It appears that a diet consisting of a large amount of highly processed and refined high-carbohydrate foods such as breads, dry cereals, crackers, cookies, and cakes would lead to a rapid rise in blood sugar and an increased need for insulin. However, because the carbohydrate in such foods is absorbed too quickly, it can be expected that blood sugar would drop precipitously an hour or so after such a meal, which would trigger the release of glucagon and catecholamines. These hormones would increase the release of FFA from adipose tissue. Elevated FFA would then increase glucose intolerance. Consuming high-glycemic index foods in smaller, more frequent meals could diminish their metabolic insult. Alternatively, if foods with a lower glycemic index were consumed, which are digested and absorbed more slowly, there would appear to be less metabolic advantage to spreading those foods out over smaller, more frequent meals.

A recent study examined the impact of feeding an isoenergetic preload consisting of 1/3 of the subject's average daily calorie intake either as a single meal or as several small meals. This study found that obese men consumed 27% fewer calories at their next meal (which was given 5 1/2 hours after the single meal) when the same food was divided into several small meals compared to when it was consumed as a single meal. The results of this study suggest that eating smaller, more frequent meals may help people feel satisfied while consuming fewer calories.

Eating breakfast may impact snacking behavior in overweight people. Many obese people skip breakfast. However, a study that randomly assigned overweight people to various weight-loss programs showed that those who consumed breakfast lost significantly more weight over a 12-week program. This may be because those who skip breakfast tend to select more calorie-dense foods later in the day than those who regularly eat breakfast.

Another potential advantage in eating smaller, more frequent meals is that stomach capacity is likely to shrink. A study that examined the stomach capacity of people on a very-low-calorie diet for 4 weeks showed that it was reduced by 27 to 36% compared to control subjects who maintained their usual eating habits. This study suggests that people who regularly eat smaller, more frequent meals will begin to feel more satisfied with less food over time. In theory, this might be why those eating smaller, but more frequent meals tend to be thinner.

Eating until one is uncomfortably full or "stuffed" will likely increase stomach capacity over time. This could lead to the consumption of even larger meals and more metabolic stress. Consuming large, infrequent meals appears to raise blood cholesterol (mainly LDL-C) and promote insulin resistance. Larger meals increase postprandial plasma TG concentration. Higher postprandial TG levels have been associated with an increased risk of coronary heart disease.

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# BBasdevant A, Craplet C, Guy-Grand B. Snacking patterns in obese French women. Appetite 1993;21:17-23

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# BFabry P, Tepperman J. Meal frequency - a possible factor in human pathology. Am J Clin Nutr 1970;23:1059-68

# BEdelstein SL,Barrett-Connor EL, Wingard DL, Cohn BA. Increased meal frequency associated with decreased cholesterol concentrations: Rancho Bernardo, CA 1984 -1987. Am J Clin Nutr 1992;55:664-9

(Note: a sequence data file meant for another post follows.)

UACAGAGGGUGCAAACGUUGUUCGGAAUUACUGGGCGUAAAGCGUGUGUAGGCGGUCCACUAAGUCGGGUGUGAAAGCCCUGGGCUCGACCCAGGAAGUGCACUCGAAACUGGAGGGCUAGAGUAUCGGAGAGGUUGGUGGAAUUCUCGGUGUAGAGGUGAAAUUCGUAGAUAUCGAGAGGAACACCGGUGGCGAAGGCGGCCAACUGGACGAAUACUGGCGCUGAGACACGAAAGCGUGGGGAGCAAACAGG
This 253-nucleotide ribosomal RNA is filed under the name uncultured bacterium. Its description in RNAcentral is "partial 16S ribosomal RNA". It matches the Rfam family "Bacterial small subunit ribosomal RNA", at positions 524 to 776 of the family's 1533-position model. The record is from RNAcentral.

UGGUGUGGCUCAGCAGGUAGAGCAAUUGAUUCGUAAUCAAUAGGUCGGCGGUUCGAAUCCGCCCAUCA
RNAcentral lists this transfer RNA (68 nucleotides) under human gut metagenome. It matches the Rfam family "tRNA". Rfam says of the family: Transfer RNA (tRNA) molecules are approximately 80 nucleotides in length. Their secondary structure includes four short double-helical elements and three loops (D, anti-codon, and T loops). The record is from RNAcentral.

# BJones PHJ. Regulation of cholesterol biosynthesis by diet in humans. Am J Clin Nutr 1997;66:438-46

# BJenkins DJA, Wolever TMS, Vuksan V, et al. Nibbling versus gorging: metabolic advantages of increased meal frequency. N Engl J Med 1989;321:929-34

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# BLiljeberg and Bjorck I. Effect of a low-glycaemic index spaghetti meal on glucose tolerance and lipaemia at a subsequent meal in healthy subjects. Eur J Clin Nutr 2000;54:24-8

# BFraze E, Donner CC, Swislocki ALM, et al. Ambient plasma free fatty acids concentrations in noninsulin-dependent diabetes mellitus: evidence for insulin resistance. J Clin Endocrinol Metab 1985;61:807-11

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# BTuomistro T, Tuomistro MT, Hetherington M, Lappalainen R, Reasons for the initiation and cessation of eating in obese men and women and the affective consequences of eating in everyday situations. Appetite 1998;30:211-22

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# BSpeechly DP, Rogers GG, Buffenstein R. Acute appetite reduction associated with an increased frequency of eating in obese males. Int J Obesity 1999;23:1151-9

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It seems that the studies done on hunter-gatherer society(in new guinea) must have been affected by their lifestyle. Since they are hunter-gatherer, they might not be eating food constantly. So it might not be that they eat natural foods etc., but they don't eat every few hours.

I'll try it out anyway, seems like it has a ton of health benefits.

On second thought I may not properly replied to this post

The point about IF is not that you must consume fewer meals but that literally every three to four day you must fast and drink just water

On a recent studies on caloric restriction it has been showed that mice would eat as often as they can and would avoid eating every four day.

My cat too has many days she doesn't want to it

Eating is the biggest stress we can put on the body, more than sport or exercising

Eating both keeps us alive but also kills us

I may be wrong but it seems to me that modern humans are the only living beings who have no fasting culture (although babies do and they instinctively and smartly reject food when sick) while all other animals do

What if the only way to make eating a "relatively safe" practice would be to instinctively fast after four days of constant feeding (because of instinctively felt effects of eating on body health, vitality ... a sort of feeling instinctively the oxidative stress accumulating and the need to "rest" ... not different from the need to sleep when tired) and we just lost this vital instinct because of cultural conditioning?

I rest by my case that IF doesn't mean eating less often, which would cause meals to be bigger and create even more oxidative stress, but it should be applied by fasting once per week or twice per week or if not fasting just eating low-calories foods in the fasting day. I'm sure such practice as studies show would have the same effect of caloric restriction

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When I tell people at work that im taking a week out and im not going to eat they all say 'OMG you will die'. I think your right that fasting in any form for most westerners died out when food became freely available all year round. Detoxing releases toxins and gives the body a break and removes mucoid plaque from the bowels. A typical 40 year old westerner will have alot of toxins and junk in their body from not being able to release it naturally. Any ideas what disease the human body could create in such an environment?

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I believe that if you are hungry, you should eat. And if you aren't hungry, you shouldn't eat. Problems occur when people disobey either of these principles.

And it is true, most people naturally lose their appetite when they get sick.